Phrase That Needs to Be Expunged From The Political Lexicon: "Peer Reviewed"

Yesterday, while I was waiting for my sandwich at the deli downstairs, I was applying about 10% of my conciousness to CNN running on the TV behind the counter.  I saw some woman, presumably in the Obama team, defending some action of the administration being based on "peer reviewed" science.

This may be a legacy of the climate debate.  One of the rhetorical tools climate alarmists have latched onto is to inflate the meaning of peer review.  Often, folks, like the person I saw on TV yesterday, use "peer review" as a synonym for "proven correct and generally accepted in its findings by all right-thinking people who are not anti-scientific wackos."

But in fact peer review has a much narrower function, and certainly is not, either in intent or practice,  any real check or confirmation of the study in question.  The main goals of peer review are:

  • Establish that the article is worthy of publication and consistent with the scope of the publication in question.  They are looking to see if the results are non-trivial, if they are new (ie not duplicative of findings already well-understood), and in some way important.  If you think of peer-reviewers as an ad hoc editorial board for the publication, you get closest to intent
  • Reviewers will check, to the extent they can, to see if the methodology  and its presentation is logical and clear -- not necesarily right, but logical and clear.  Their most frequent comments are for clarification of certain areas of the work or questions that they don't think the authors answered.
  • Peer review is not in any way shape or form a proof that a study is correct, or even likely to be correct.  Enormous numbers of incorrect conclusions have been published in peer-reviewed journals over time.  This is demonstrably true.  For example, at any one time in medicine, for every peer-reviewed study I can usually find another peer-reviewed study with opposite or wildly different findings.
  • Studies are only accepted as likely correct a over time the community tries as hard as it can to poke holes in the findings.  Future studies will try to replicate the findings, or disprove them.  As a result of criticism of the methodology, groups will test the findings in new ways that respond to methodological criticisms.  It is the accretion of this work over time that solidifies confidence  (Ironically, this is exactly the process that climate alarmists want to short-circuit, and even more ironically, they call climate skeptics "anti-scientific" for wanting to follow this typical scientific dispute and replication process).

Further, the quality and sharpness of peer review depends a lot on the reviewers chosen.  For example, a peer review of Rush Limbaugh by the folks at LGF, Free Republic, and Powerline might not be as compelling as a peer review by Kos or Kevin Drum.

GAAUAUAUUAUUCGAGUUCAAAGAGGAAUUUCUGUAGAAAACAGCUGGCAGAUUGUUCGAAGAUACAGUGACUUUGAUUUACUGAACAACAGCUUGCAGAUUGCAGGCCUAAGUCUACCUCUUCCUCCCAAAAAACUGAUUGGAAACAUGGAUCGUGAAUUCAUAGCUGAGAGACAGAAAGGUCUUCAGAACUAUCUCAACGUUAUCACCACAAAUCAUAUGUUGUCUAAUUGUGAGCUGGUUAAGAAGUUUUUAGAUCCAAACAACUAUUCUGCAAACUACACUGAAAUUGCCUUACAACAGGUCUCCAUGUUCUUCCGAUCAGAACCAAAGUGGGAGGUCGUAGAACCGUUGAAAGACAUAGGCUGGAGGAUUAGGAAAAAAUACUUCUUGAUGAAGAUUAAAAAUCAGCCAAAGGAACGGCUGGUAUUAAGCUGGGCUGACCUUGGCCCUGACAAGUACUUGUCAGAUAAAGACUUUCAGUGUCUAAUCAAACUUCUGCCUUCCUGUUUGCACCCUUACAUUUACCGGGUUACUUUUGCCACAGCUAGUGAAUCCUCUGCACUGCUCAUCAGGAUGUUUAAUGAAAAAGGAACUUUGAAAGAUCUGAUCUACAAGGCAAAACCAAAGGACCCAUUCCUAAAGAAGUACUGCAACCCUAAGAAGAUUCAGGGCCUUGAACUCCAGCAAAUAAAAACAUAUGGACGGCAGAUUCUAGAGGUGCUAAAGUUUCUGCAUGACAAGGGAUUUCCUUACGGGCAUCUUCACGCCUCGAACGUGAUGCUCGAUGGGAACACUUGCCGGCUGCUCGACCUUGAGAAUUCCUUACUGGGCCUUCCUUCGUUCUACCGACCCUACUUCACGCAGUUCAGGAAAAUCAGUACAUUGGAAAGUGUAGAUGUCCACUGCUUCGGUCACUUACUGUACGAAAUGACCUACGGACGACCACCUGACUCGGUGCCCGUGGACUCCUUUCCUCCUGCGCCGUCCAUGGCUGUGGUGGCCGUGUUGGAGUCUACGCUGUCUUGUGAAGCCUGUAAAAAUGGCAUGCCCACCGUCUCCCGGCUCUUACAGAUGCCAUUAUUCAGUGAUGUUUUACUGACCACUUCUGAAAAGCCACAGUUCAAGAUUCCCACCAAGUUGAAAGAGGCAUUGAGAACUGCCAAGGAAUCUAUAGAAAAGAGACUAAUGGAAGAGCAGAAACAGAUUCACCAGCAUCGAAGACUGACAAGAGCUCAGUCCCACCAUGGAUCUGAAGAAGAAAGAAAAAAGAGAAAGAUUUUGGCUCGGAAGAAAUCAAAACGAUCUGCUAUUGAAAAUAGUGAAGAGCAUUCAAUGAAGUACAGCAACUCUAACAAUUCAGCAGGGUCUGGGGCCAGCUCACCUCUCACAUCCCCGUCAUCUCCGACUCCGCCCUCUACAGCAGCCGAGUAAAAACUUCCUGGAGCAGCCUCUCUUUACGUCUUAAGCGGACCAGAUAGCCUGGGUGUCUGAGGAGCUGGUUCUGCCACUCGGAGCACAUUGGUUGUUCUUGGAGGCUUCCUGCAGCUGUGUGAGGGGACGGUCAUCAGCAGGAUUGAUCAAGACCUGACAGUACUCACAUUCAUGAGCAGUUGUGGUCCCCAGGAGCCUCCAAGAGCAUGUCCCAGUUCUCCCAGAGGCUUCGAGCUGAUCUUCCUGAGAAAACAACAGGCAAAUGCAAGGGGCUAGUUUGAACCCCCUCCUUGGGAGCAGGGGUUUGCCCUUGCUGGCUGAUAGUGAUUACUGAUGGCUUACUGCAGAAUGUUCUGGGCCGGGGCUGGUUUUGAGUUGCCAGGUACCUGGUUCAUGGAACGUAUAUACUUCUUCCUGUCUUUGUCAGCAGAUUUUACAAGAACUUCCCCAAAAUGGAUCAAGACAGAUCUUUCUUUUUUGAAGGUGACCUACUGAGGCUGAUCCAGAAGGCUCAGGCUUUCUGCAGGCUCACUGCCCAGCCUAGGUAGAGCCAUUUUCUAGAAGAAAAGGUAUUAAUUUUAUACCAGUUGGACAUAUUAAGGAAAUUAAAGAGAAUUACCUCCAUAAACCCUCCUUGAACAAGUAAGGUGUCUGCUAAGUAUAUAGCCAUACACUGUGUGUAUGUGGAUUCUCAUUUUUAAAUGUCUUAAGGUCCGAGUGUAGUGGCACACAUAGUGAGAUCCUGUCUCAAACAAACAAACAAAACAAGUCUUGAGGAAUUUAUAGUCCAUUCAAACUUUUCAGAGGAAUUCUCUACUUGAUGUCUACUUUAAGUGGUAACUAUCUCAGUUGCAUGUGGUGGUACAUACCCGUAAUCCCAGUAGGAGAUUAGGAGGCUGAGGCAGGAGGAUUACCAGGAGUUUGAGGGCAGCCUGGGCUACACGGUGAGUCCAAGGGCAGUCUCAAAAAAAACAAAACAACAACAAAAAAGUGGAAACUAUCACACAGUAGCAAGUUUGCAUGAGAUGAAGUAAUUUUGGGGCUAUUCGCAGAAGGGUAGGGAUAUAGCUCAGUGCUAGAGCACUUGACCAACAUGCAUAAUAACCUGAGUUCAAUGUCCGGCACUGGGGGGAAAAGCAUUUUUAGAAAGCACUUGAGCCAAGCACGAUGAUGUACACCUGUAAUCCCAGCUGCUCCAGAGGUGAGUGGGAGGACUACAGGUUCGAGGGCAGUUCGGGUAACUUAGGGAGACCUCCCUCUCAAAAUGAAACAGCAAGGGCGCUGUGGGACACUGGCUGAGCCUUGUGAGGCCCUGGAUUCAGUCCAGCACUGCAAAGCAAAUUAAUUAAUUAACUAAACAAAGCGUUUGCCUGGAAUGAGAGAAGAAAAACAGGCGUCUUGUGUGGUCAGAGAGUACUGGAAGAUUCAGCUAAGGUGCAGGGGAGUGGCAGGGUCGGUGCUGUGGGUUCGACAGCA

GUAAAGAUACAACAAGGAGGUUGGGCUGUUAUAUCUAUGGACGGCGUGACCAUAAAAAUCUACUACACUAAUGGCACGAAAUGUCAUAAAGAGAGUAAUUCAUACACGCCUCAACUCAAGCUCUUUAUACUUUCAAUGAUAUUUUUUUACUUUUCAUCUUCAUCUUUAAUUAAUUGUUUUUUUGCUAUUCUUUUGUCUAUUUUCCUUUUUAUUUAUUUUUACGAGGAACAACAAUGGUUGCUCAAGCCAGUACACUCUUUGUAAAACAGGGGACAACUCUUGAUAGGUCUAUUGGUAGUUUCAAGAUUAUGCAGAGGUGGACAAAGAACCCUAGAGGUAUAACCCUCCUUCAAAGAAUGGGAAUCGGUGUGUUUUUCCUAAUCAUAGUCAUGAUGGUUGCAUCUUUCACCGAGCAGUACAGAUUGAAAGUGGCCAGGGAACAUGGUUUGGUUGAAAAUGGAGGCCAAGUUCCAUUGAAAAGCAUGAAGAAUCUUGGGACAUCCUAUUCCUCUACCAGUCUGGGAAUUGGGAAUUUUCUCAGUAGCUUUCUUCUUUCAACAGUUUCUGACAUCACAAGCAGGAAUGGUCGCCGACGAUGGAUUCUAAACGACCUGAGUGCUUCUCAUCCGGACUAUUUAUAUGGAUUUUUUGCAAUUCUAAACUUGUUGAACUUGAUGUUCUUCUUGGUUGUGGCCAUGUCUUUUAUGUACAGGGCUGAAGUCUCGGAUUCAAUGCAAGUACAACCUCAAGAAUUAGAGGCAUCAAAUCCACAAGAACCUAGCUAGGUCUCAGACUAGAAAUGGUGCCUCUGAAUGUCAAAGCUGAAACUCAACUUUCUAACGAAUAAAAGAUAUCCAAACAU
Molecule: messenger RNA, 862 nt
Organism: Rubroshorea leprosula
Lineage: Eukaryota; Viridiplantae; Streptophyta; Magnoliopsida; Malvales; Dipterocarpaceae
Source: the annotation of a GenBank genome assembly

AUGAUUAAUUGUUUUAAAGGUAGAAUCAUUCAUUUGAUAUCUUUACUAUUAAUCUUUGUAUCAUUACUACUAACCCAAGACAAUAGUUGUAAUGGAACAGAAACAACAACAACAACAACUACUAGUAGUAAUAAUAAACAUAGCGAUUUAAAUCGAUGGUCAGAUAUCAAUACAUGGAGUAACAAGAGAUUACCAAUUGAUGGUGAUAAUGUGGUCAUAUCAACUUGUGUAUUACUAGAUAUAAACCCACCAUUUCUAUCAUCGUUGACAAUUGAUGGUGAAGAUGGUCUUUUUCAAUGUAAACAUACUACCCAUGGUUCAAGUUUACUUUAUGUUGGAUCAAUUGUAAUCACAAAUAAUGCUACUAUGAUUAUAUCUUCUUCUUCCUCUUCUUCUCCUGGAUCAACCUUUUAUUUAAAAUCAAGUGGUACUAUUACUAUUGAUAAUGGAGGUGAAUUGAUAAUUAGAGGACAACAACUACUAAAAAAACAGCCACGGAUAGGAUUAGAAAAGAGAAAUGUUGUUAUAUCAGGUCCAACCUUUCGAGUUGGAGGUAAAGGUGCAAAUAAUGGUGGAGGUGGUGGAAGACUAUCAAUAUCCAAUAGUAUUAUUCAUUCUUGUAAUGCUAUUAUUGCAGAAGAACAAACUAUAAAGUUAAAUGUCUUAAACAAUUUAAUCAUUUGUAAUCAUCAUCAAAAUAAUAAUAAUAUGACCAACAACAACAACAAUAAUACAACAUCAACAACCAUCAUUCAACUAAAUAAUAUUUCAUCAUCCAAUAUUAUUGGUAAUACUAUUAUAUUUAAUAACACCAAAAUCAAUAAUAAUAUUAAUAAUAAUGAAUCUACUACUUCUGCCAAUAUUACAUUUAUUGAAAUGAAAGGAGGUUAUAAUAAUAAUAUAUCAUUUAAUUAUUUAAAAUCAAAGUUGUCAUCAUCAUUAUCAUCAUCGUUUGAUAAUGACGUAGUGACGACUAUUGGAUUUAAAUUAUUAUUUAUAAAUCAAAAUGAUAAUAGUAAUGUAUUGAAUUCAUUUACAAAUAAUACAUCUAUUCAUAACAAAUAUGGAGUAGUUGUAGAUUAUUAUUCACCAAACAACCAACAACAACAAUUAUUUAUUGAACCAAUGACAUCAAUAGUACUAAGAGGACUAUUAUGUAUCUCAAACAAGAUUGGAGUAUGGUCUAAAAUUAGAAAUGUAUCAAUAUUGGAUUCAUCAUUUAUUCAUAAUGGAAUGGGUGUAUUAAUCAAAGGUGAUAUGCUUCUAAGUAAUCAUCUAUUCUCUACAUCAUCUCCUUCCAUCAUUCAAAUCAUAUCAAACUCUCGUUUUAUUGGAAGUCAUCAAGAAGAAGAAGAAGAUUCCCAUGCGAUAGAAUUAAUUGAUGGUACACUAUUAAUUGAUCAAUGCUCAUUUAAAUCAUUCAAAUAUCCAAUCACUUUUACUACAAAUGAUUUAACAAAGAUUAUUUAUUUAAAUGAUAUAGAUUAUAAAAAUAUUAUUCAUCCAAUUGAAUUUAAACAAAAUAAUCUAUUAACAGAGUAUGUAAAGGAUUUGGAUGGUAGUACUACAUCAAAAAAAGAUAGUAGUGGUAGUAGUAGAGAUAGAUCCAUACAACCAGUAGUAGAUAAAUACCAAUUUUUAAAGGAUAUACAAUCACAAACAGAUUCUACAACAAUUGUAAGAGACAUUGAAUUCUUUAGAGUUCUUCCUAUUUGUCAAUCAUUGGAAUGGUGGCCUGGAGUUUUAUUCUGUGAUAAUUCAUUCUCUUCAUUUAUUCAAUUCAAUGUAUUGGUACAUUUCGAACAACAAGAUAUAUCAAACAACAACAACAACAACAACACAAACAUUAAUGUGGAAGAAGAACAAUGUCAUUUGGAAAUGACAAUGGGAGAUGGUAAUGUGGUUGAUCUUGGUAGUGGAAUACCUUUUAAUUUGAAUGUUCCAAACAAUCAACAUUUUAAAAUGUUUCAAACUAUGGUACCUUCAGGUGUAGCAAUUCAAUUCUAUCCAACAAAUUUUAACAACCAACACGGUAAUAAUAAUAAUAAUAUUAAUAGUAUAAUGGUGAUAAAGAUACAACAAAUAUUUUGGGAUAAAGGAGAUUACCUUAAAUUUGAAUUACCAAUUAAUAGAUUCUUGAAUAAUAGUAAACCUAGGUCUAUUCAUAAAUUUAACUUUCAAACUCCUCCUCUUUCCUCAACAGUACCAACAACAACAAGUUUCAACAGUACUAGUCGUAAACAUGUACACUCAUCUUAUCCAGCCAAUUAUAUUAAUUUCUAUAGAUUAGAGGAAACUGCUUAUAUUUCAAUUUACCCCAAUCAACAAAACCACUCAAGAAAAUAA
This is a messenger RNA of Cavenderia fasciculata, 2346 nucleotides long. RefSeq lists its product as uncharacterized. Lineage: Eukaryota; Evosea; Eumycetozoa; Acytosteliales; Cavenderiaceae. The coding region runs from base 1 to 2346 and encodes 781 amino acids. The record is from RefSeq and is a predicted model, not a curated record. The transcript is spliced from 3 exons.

But instead of this, peer review is used by folks, particularly in poitical settings, as a shield against criticism, usually for something they don't understand and probably haven't even read themselves.  Here is an example dialog:

Politician or Activist:  "Mann's hockey stick proves humans are warming the planet"

Critic:  "But what about Mann's cherry-picking of proxy groups; or the divergence problem  in the data; or the fact that he routinely uses proxy's as a positive correlation in one period and different correlation in another; or the fact that the results are most driven by proxys that have been manually altered; or the fact that trees really make bad proxies, as they seldom actually display the assumed linear positive relationship between growth and temperature?"

Politician or Activist, who 99% of the time has not even read the study in question and understands nothing of what critic is saying:  "This is peer-reviewed science!  You can't question that."

  • Matt

    So you could say that 'peer review' acts as a positive feedback loop, much the same as the the loop involving the degree that GW alarmists claim additional CO2 molecules trap sunlight?

  • Mike C.

    An excellent point. IIRC, the last paper arguing that plate tectonic theory was wrong (in the AAPG Bulletin) was published in 1969. It was a hell of a paper, covering a lot of stuff in great detail, marred only by being wrong.

  • Chuck

    I think it was physicist Paul Dirac who once criticized a presentation by saying "That's not even wrong", and that is the main function of peer review. To ensure that a publication contains sufficient detail and clarity so that it falls into "the set of all things that are either right or wrong", and not into "the set of all things that make no sense whatsoever".

  • Larry Sheldon

    I am not an Academic, although I did for some years draw a salary from a self-styled University....

    I am under the impression that "peer review" has as its primary purpose policing papers to ensure that the dogma of the guild has not been sullied, and that everything said has been said before.

    As contrasted with a scientific paper where the information provided is intended to encourage replication and verification by others or, conversely, to encourage strength-testing by attempts to falsify the information presented..

  • Dr. T